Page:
- Court noted it would be unusual to punish a law-abiding journalist for the criminal act of an anonymous third party interceptor. The U.S. Supreme Court in held the First Amendment prohibited imposition of civil liability for the journalist’s disclosure of an illegally intercepted cell-phone call. This case “has significant implications for Internet law because of the vast opportunities for republication of information enabled by the Internet.” M 955 (3rd ed. 2006). Notably, Chief Justice William Rehnquist commented, “We are placed in the uncomfortable position of not knowing who might have access to our personal and business e-mails, our medical and financial records, or our cordless and cellular telephone conversations.”
- Cyberspace privacy laws are in flux as legislatures attempt to accommodate to an ever-changing Internet. Private litigants have filed a number of high profile privacy lawsuits against Facebook, Google, Apple, and other Internet powerhouses. Apple was the target of a large number of class action lawsuits arising out of Apple-approved apps that collected personally identifiable information from iPhone, iPad, and iPod Touch users. The class action charged that Apple violated users’ privacy by transmitting this information to third parties.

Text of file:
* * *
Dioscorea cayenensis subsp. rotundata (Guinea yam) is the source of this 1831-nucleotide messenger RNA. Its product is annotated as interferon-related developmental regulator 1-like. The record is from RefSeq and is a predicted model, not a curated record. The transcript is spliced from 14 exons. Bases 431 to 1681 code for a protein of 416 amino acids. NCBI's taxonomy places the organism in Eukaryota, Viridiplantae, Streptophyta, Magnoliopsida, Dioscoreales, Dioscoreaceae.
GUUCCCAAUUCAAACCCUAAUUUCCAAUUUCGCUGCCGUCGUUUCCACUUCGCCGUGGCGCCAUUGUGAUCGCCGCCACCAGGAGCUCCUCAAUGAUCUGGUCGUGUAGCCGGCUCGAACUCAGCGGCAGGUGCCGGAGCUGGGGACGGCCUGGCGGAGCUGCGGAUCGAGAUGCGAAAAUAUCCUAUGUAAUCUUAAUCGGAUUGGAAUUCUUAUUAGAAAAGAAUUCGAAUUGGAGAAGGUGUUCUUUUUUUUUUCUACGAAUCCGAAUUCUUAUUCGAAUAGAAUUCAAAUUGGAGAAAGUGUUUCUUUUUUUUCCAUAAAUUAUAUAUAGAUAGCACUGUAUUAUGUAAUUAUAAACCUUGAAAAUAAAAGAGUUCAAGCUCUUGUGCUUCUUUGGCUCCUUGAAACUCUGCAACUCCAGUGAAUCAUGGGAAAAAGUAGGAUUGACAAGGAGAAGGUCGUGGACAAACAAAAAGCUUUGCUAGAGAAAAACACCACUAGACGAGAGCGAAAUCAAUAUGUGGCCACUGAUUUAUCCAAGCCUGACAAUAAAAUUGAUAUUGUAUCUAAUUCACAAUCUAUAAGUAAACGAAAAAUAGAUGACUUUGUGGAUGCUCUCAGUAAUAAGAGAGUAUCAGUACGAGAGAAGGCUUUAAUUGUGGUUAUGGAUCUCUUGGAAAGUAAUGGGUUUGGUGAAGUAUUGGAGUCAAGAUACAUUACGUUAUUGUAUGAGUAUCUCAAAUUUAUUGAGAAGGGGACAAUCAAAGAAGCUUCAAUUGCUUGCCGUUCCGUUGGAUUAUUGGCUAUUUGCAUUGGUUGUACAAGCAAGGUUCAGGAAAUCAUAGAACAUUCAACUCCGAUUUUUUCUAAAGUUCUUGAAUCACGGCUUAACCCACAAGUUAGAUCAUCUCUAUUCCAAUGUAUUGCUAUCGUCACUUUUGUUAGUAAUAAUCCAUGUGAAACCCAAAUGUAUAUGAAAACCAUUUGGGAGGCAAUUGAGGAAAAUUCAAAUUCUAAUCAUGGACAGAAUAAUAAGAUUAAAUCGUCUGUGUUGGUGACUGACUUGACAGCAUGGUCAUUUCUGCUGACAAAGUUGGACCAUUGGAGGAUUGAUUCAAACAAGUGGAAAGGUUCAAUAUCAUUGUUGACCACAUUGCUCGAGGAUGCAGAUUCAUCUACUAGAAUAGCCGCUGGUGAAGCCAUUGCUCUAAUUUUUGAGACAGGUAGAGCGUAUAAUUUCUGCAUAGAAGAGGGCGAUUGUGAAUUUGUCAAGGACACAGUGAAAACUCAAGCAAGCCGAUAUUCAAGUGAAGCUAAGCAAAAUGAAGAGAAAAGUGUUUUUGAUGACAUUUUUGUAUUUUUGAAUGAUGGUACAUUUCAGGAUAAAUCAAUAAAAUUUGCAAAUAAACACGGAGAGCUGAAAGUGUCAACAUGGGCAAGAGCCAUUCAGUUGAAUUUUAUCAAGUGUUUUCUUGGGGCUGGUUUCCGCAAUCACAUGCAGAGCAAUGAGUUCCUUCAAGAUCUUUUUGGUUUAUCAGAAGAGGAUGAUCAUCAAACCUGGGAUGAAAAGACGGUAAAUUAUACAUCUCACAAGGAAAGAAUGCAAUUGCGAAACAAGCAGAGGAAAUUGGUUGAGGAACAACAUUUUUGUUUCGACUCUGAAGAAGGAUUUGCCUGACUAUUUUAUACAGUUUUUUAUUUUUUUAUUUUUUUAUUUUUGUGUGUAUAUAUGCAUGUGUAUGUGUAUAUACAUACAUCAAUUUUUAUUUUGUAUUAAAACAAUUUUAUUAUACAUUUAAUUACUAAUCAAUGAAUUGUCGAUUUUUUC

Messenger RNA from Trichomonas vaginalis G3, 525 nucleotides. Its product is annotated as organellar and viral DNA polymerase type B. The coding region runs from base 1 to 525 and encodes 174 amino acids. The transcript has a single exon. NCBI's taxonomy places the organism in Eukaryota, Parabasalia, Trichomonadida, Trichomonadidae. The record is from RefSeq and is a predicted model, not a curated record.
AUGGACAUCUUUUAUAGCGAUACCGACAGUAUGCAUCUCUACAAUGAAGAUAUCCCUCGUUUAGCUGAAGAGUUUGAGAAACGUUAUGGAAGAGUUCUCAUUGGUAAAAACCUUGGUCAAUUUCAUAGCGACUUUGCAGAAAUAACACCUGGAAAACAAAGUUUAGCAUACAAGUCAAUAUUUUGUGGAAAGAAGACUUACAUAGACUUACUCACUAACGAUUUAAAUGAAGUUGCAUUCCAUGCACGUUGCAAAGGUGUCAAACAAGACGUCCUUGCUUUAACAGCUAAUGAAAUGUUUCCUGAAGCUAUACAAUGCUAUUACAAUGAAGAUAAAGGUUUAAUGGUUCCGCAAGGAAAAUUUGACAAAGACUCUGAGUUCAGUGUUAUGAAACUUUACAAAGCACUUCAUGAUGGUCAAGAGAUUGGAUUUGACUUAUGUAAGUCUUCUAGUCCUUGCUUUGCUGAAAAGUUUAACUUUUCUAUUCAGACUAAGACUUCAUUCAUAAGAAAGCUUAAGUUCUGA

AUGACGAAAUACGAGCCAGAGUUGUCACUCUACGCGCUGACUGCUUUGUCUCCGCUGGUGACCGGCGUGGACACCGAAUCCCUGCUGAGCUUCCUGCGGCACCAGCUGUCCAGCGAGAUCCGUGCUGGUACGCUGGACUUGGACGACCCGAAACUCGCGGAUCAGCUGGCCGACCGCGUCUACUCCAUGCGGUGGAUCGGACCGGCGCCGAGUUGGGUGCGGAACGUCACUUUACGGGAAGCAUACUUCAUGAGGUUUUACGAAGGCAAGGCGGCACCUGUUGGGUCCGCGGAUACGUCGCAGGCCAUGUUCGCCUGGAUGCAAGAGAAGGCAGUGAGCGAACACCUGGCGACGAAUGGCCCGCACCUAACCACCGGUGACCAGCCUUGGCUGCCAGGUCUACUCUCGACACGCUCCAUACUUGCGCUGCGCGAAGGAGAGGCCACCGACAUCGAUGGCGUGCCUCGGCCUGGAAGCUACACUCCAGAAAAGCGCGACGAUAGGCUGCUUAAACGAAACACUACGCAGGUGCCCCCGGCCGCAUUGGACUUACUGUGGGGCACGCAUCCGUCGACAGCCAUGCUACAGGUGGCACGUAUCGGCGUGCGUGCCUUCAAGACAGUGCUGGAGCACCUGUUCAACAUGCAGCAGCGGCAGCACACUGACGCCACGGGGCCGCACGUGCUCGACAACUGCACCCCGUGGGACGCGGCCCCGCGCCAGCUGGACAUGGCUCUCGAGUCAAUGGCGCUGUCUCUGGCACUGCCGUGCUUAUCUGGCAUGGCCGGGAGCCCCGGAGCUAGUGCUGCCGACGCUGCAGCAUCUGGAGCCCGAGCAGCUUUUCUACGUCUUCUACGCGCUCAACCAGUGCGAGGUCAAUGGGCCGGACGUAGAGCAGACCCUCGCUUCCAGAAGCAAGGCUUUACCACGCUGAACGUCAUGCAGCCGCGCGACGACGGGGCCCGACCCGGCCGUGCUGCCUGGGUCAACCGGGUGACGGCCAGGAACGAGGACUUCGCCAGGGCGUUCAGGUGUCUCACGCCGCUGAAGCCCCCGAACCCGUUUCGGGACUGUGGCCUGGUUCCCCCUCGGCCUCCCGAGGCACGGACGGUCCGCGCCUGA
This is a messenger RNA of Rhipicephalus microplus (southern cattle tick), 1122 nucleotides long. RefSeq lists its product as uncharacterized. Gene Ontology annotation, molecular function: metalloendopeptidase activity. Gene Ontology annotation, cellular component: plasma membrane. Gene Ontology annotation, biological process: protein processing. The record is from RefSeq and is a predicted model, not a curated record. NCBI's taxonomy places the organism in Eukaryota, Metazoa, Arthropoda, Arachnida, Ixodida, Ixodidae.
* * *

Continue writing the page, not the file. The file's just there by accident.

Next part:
- Finally, Article 17(3) sets forth a general standard that data controllers can retain personal data if retention accords with EU or member state law, which inevitably requires balancing a data subject’s request against the public interest, “respect[ing] the essence” of the right to data protection, and remaining “proportionate to the legitimate aim pursued.” However, the Commission has yet to formulate a template for how search engines should weigh or balance these factors in making the decision to grant or reject a data subject’s demand to delink. At present, the right to be forgotten is not a global right, but applies only to data subjects in the EU.
- In the U.S., Section 230 immunizes websites for postings by third parties even if they invade the privacy of users. In the U.S., no court has ordered a website to remove third party content that invades privacy or is otherwise tortious. In contrast, in , Ref. 55181/98, No. 1/JP (Tribunal de Grande Instance de Paris, 1998), a French court found an ISP liable for publishing erotic images of the plaintiff on its Web site. “Under French law, an Internet Service Provider is responsible for the morality of the content distributed via the client-operated Web sites it hosts, and may be liable for violations of privacy.” The French plaintiff contended that the ISP violated her privacy and damaged her professional reputation by allowing a subscriber to publish nude photographs of her on a website. The French court ordered the offending website be shut down under the threat of a fine of 100,000 francs per day.